Many subscribers to Intellectual Takeout are of a libertarian persuasion, and would like to see less government intervention in citizens’ affairs. Understandably so. After all, as you can see from the chart below, the number of government regulations has been increasing for some time now:

However, what most libertarians are seeking is not the eradication of government intervention, but the restoration of balance. There are times when libertarians are more than happy for the government to rightfully intervene for the sake of the common good.

I was reminded of this when reading Ian Mortimer’s The Time Traveler’s Guide to Medieval England the other night. In the first chapter, it provides this description of the conditions of London in the first part of the fourteenth century:

“London, like every city, is a place of huge contrasts. The streets—even the main ones—have tubs of putrid water positioned here and there, supposedly in case of fire but more often than not full of decaying rubbish… The stench and obstruction of the animal dung, vegetable rubbish, fish remains, and entrails of beasts present problems of public sanitation on a scale unmatched by any other town in England. With forty thousand permanent citizens and sometimes as many as one hundred thousand mouths to feed and bowels to evacuate, it is impossible for a city with no sewage system to cope. You will see rats everywhere. The place is infested with them. Such is the level of detritus, especially in the town ditches, that it is also infested with dogs and pigs. There are frequent attempts to eradicate the wild pig population, but each one bears testimony to the failure of the previous effort. If you cannot get rid of the pigs, what hope is there for eradicating the rats?”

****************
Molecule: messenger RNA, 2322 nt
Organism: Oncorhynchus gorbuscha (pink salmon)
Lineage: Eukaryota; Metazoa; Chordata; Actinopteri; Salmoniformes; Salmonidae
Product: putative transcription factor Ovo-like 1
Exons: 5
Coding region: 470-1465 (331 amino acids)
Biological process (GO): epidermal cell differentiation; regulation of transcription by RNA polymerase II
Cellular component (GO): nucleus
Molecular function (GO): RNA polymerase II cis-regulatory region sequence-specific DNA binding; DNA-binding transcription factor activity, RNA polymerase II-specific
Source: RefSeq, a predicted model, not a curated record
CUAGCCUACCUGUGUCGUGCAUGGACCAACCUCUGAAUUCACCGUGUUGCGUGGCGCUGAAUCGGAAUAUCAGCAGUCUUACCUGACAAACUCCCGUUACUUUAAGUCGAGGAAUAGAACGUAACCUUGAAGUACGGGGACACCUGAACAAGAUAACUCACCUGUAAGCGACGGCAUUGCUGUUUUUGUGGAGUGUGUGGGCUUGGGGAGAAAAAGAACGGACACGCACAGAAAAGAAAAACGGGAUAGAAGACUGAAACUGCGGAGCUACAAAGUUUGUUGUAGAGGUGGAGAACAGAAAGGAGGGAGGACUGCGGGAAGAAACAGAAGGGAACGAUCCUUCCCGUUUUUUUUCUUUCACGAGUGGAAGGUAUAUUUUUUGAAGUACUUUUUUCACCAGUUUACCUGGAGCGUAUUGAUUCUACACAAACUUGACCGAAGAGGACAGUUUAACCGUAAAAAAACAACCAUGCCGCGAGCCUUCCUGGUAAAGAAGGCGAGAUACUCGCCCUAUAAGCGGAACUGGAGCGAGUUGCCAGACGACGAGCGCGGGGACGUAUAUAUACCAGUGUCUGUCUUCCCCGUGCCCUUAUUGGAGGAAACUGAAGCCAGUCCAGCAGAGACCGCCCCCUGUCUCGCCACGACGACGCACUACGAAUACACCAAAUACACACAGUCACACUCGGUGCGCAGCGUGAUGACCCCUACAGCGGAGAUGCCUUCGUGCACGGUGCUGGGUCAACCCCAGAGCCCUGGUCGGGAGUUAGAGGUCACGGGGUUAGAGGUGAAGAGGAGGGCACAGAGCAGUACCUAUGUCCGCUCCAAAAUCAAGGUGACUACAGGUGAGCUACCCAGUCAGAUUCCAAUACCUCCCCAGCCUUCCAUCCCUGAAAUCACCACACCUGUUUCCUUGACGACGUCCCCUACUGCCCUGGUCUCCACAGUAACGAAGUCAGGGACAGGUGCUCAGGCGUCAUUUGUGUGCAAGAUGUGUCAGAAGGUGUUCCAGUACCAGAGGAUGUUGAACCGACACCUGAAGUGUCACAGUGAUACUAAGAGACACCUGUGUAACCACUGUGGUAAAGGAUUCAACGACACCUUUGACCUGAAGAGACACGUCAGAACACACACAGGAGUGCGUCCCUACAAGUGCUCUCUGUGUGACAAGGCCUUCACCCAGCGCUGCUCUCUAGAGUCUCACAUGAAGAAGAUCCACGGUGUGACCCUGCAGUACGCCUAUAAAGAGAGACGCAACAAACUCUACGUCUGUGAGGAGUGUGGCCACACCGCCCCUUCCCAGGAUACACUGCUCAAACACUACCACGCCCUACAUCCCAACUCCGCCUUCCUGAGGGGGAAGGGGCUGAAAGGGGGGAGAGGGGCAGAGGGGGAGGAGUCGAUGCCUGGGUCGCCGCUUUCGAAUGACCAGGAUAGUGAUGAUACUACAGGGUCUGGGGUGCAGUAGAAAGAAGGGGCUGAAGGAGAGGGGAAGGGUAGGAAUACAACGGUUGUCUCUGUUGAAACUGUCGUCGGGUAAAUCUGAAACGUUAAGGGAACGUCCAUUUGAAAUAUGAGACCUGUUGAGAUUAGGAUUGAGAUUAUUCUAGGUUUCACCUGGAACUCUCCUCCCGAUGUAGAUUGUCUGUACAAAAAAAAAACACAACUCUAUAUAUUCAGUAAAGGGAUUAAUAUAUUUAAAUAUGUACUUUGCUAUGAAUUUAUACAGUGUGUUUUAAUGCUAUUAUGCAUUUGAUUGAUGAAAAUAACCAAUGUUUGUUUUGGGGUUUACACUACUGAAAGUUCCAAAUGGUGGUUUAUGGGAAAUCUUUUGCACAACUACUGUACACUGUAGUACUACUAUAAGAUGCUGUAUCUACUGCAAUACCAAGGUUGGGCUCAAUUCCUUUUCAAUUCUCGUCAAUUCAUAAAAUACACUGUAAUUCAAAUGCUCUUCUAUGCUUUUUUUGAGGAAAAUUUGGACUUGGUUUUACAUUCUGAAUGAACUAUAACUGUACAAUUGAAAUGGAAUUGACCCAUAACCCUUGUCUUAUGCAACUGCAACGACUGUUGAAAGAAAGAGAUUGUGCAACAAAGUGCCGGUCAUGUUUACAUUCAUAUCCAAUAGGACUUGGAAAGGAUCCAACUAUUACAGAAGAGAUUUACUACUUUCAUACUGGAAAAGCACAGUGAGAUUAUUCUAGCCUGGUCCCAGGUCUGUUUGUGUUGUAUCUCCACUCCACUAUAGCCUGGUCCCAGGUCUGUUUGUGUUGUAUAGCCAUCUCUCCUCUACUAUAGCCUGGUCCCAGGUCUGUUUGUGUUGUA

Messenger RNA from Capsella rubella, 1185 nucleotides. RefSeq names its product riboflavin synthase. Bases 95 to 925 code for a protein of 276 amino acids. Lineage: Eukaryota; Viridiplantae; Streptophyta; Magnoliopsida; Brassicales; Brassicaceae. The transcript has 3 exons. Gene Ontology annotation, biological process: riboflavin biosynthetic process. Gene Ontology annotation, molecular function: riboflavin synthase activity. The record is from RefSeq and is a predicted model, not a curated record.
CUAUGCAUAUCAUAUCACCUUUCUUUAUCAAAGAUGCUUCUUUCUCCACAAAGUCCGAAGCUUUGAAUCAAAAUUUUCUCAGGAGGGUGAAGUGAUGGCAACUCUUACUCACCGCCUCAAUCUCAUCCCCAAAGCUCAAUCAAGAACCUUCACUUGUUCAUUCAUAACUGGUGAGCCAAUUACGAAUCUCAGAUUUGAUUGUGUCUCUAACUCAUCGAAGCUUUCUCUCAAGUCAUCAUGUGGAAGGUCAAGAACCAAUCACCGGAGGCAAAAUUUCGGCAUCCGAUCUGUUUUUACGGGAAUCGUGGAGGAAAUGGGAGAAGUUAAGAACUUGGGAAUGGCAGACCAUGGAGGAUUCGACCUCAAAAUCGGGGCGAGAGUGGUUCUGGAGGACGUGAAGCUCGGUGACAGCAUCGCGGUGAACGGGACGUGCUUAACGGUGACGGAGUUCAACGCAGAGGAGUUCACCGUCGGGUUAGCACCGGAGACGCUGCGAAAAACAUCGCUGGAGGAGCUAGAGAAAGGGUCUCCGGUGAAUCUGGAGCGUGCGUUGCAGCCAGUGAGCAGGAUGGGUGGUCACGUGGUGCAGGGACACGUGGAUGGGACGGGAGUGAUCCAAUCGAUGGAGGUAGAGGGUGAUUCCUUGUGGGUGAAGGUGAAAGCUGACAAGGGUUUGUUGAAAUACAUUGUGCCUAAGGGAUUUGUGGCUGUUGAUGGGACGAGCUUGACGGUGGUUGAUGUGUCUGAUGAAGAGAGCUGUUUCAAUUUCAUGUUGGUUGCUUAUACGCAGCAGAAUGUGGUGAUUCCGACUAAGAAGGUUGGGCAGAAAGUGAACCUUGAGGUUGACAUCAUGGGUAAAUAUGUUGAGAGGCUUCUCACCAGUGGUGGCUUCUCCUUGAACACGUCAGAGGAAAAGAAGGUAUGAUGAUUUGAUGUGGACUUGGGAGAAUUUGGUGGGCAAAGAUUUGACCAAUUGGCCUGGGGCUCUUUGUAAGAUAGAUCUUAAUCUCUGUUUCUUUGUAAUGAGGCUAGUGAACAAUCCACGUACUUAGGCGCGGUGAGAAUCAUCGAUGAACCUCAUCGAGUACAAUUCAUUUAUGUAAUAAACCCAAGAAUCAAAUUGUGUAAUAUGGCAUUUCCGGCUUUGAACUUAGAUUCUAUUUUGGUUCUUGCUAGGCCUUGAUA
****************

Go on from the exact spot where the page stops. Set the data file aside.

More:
Sounds awful, huh? Fortunately…

“The state of London does improve. This is largely due to the efforts of successive mayors and aldermen to clean up the streets. The first step is the establishment of a mechanism for appointing official swine killers, who are paid 4d for each pig they remove. In 1309 punitive fines are levied on those who leave human or animal excrement in the streets and lanes: 40d for a first offence, 80d for a second. In 1310 tailors and pelterers are forbidden from scouring furs in the main streets during daylight hours, on penalty of imprisonment. The following year the flaying of dead horses is prohibited within the city walls. From 1357 there are rules against leaving dung, crates, and empty barrels lying by the doors of houses, and against throwing rubbish into the Thames and the Fleet, the latter rive being almost completely blocked. In 1371 all slaughtering of large beasts (including sheep) within the city is prohibited; henceforth they must be taken to Stratford Bow or Knightsbridge to be killed. Finally, the passing of the Statute of Cambridge in 1388 makes anyone who throws “dung, garbage, entrails and other ordure” into ditches, ponds, lakes, and rivers liable to pay a fine of £20 to the king. With that legislation, the idea of parliamentary responsibility for public hygiene has finally arrived, and—in London’s case especially—not before time.”

It’s always best when human beings can be moved toward action through exhortation. However, human nature being what it is, sometimes punitive measures are necessary. Sometimes, the government needs to intervene.